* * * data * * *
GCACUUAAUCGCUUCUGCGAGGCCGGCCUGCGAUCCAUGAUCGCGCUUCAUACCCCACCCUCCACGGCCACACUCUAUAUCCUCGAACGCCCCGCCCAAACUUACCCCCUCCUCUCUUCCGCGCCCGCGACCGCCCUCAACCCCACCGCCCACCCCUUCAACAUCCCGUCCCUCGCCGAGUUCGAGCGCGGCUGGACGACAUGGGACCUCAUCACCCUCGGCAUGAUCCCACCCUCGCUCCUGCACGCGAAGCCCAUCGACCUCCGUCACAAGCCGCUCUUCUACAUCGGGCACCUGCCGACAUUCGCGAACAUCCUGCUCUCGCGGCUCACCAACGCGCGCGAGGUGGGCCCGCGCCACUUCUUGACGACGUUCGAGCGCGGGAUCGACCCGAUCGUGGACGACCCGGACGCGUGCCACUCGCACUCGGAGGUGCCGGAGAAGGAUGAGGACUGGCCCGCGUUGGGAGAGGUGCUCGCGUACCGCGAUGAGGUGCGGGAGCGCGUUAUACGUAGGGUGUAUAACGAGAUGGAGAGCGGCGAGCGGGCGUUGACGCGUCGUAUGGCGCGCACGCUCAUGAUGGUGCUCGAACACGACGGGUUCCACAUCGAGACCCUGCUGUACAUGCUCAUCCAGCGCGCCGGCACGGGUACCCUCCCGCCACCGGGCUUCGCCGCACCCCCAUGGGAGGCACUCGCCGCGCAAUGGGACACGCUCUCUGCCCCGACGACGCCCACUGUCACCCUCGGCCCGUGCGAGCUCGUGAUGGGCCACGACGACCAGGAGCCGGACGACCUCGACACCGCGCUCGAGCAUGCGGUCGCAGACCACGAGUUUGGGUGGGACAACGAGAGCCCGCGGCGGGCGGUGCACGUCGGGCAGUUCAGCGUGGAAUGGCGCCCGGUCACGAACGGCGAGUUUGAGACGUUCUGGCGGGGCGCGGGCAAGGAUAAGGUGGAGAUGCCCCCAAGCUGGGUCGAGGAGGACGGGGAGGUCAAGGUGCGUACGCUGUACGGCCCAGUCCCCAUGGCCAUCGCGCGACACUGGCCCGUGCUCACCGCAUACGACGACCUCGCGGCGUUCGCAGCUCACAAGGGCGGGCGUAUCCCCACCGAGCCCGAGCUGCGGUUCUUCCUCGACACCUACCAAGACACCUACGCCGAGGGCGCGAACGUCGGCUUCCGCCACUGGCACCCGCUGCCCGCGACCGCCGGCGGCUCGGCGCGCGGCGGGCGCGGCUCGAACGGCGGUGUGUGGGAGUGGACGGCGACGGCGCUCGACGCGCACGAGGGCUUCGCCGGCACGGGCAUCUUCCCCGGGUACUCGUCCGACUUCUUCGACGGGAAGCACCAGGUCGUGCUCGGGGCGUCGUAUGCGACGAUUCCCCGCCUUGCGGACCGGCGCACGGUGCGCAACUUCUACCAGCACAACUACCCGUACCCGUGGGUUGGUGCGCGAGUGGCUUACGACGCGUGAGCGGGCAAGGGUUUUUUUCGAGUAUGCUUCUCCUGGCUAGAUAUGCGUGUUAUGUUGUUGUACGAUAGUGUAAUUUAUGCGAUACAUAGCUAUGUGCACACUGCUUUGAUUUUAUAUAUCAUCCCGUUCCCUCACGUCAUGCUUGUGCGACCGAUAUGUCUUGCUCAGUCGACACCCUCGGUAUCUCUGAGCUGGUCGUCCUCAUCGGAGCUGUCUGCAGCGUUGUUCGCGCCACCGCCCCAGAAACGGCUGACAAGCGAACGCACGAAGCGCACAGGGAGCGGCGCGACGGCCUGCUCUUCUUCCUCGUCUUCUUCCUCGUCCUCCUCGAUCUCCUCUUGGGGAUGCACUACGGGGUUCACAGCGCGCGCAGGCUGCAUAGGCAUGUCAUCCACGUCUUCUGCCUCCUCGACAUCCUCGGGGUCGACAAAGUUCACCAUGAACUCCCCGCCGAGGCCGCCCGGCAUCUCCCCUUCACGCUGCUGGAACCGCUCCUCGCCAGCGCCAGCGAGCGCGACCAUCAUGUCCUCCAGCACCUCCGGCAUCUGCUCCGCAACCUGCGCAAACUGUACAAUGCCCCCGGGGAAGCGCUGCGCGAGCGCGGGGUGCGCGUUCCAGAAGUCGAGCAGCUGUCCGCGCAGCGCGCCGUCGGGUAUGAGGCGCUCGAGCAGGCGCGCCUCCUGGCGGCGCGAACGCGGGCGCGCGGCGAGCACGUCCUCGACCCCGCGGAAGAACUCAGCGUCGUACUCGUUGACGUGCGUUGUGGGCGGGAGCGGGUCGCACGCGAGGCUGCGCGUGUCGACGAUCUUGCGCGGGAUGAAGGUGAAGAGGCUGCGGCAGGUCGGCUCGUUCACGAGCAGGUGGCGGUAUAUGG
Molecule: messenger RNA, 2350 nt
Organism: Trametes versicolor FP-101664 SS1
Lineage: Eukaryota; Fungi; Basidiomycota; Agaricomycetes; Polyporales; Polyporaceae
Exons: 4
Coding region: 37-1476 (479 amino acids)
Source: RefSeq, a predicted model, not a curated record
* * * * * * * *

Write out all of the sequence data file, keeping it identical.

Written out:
GCACUUAAUCGCUUCUGCGAGGCCGGCCUGCGAUCCAUGAUCGCGCUUCAUACCCCACCCUCCACGGCCACACUCUAUAUCCUCGAACGCCCCGCCCAAACUUACCCCCUCCUCUCUUCCGCGCCCGCGACCGCCCUCAACCCCACCGCCCACCCCUUCAACAUCCCGUCCCUCGCCGAGUUCGAGCGCGGCUGGACGACAUGGGACCUCAUCACCCUCGGCAUGAUCCCACCCUCGCUCCUGCACGCGAAGCCCAUCGACCUCCGUCACAAGCCGCUCUUCUACAUCGGGCACCUGCCGACAUUCGCGAACAUCCUGCUCUCGCGGCUCACCAACGCGCGCGAGGUGGGCCCGCGCCACUUCUUGACGACGUUCGAGCGCGGGAUCGACCCGAUCGUGGACGACCCGGACGCGUGCCACUCGCACUCGGAGGUGCCGGAGAAGGAUGAGGACUGGCCCGCGUUGGGAGAGGUGCUCGCGUACCGCGAUGAGGUGCGGGAGCGCGUUAUACGUAGGGUGUAUAACGAGAUGGAGAGCGGCGAGCGGGCGUUGACGCGUCGUAUGGCGCGCACGCUCAUGAUGGUGCUCGAACACGACGGGUUCCACAUCGAGACCCUGCUGUACAUGCUCAUCCAGCGCGCCGGCACGGGUACCCUCCCGCCACCGGGCUUCGCCGCACCCCCAUGGGAGGCACUCGCCGCGCAAUGGGACACGCUCUCUGCCCCGACGACGCCCACUGUCACCCUCGGCCCGUGCGAGCUCGUGAUGGGCCACGACGACCAGGAGCCGGACGACCUCGACACCGCGCUCGAGCAUGCGGUCGCAGACCACGAGUUUGGGUGGGACAACGAGAGCCCGCGGCGGGCGGUGCACGUCGGGCAGUUCAGCGUGGAAUGGCGCCCGGUCACGAACGGCGAGUUUGAGACGUUCUGGCGGGGCGCGGGCAAGGAUAAGGUGGAGAUGCCCCCAAGCUGGGUCGAGGAGGACGGGGAGGUCAAGGUGCGUACGCUGUACGGCCCAGUCCCCAUGGCCAUCGCGCGACACUGGCCCGUGCUCACCGCAUACGACGACCUCGCGGCGUUCGCAGCUCACAAGGGCGGGCGUAUCCCCACCGAGCCCGAGCUGCGGUUCUUCCUCGACACCUACCAAGACACCUACGCCGAGGGCGCGAACGUCGGCUUCCGCCACUGGCACCCGCUGCCCGCGACCGCCGGCGGCUCGGCGCGCGGCGGGCGCGGCUCGAACGGCGGUGUGUGGGAGUGGACGGCGACGGCGCUCGACGCGCACGAGGGCUUCGCCGGCACGGGCAUCUUCCCCGGGUACUCGUCCGACUUCUUCGACGGGAAGCACCAGGUCGUGCUCGGGGCGUCGUAUGCGACGAUUCCCCGCCUUGCGGACCGGCGCACGGUGCGCAACUUCUACCAGCACAACUACCCGUACCCGUGGGUUGGUGCGCGAGUGGCUUACGACGCGUGAGCGGGCAAGGGUUUUUUUCGAGUAUGCUUCUCCUGGCUAGAUAUGCGUGUUAUGUUGUUGUACGAUAGUGUAAUUUAUGCGAUACAUAGCUAUGUGCACACUGCUUUGAUUUUAUAUAUCAUCCCGUUCCCUCACGUCAUGCUUGUGCGACCGAUAUGUCUUGCUCAGUCGACACCCUCGGUAUCUCUGAGCUGGUCGUCCUCAUCGGAGCUGUCUGCAGCGUUGUUCGCGCCACCGCCCCAGAAACGGCUGACAAGCGAACGCACGAAGCGCACAGGGAGCGGCGCGACGGCCUGCUCUUCUUCCUCGUCUUCUUCCUCGUCCUCCUCGAUCUCCUCUUGGGGAUGCACUACGGGGUUCACAGCGCGCGCAGGCUGCAUAGGCAUGUCAUCCACGUCUUCUGCCUCCUCGACAUCCUCGGGGUCGACAAAGUUCACCAUGAACUCCCCGCCGAGGCCGCCCGGCAUCUCCCCUUCACGCUGCUGGAACCGCUCCUCGCCAGCGCCAGCGAGCGCGACCAUCAUGUCCUCCAGCACCUCCGGCAUCUGCUCCGCAACCUGCGCAAACUGUACAAUGCCCCCGGGGAAGCGCUGCGCGAGCGCGGGGUGCGCGUUCCAGAAGUCGAGCAGCUGUCCGCGCAGCGCGCCGUCGGGUAUGAGGCGCUCGAGCAGGCGCGCCUCCUGGCGGCGCGAACGCGGGCGCGCGGCGAGCACGUCCUCGACCCCGCGGAAGAACUCAGCGUCGUACUCGUUGACGUGCGUUGUGGGCGGGAGCGGGUCGCACGCGAGGCUGCGCGUGUCGACGAUCUUGCGCGGGAUGAAGGUGAAGAGGCUGCGGCAGGUCGGCUCGUUCACGAGCAGGUGGCGGUAUAUGG
Molecule: messenger RNA, 2350 nt
Organism: Trametes versicolor FP-101664 SS1
Lineage: Eukaryota; Fungi; Basidiomycota; Agaricomycetes; Polyporales; Polyporaceae
Exons: 4
Coding region: 37-1476 (479 amino acids)
Source: RefSeq, a predicted model, not a curated record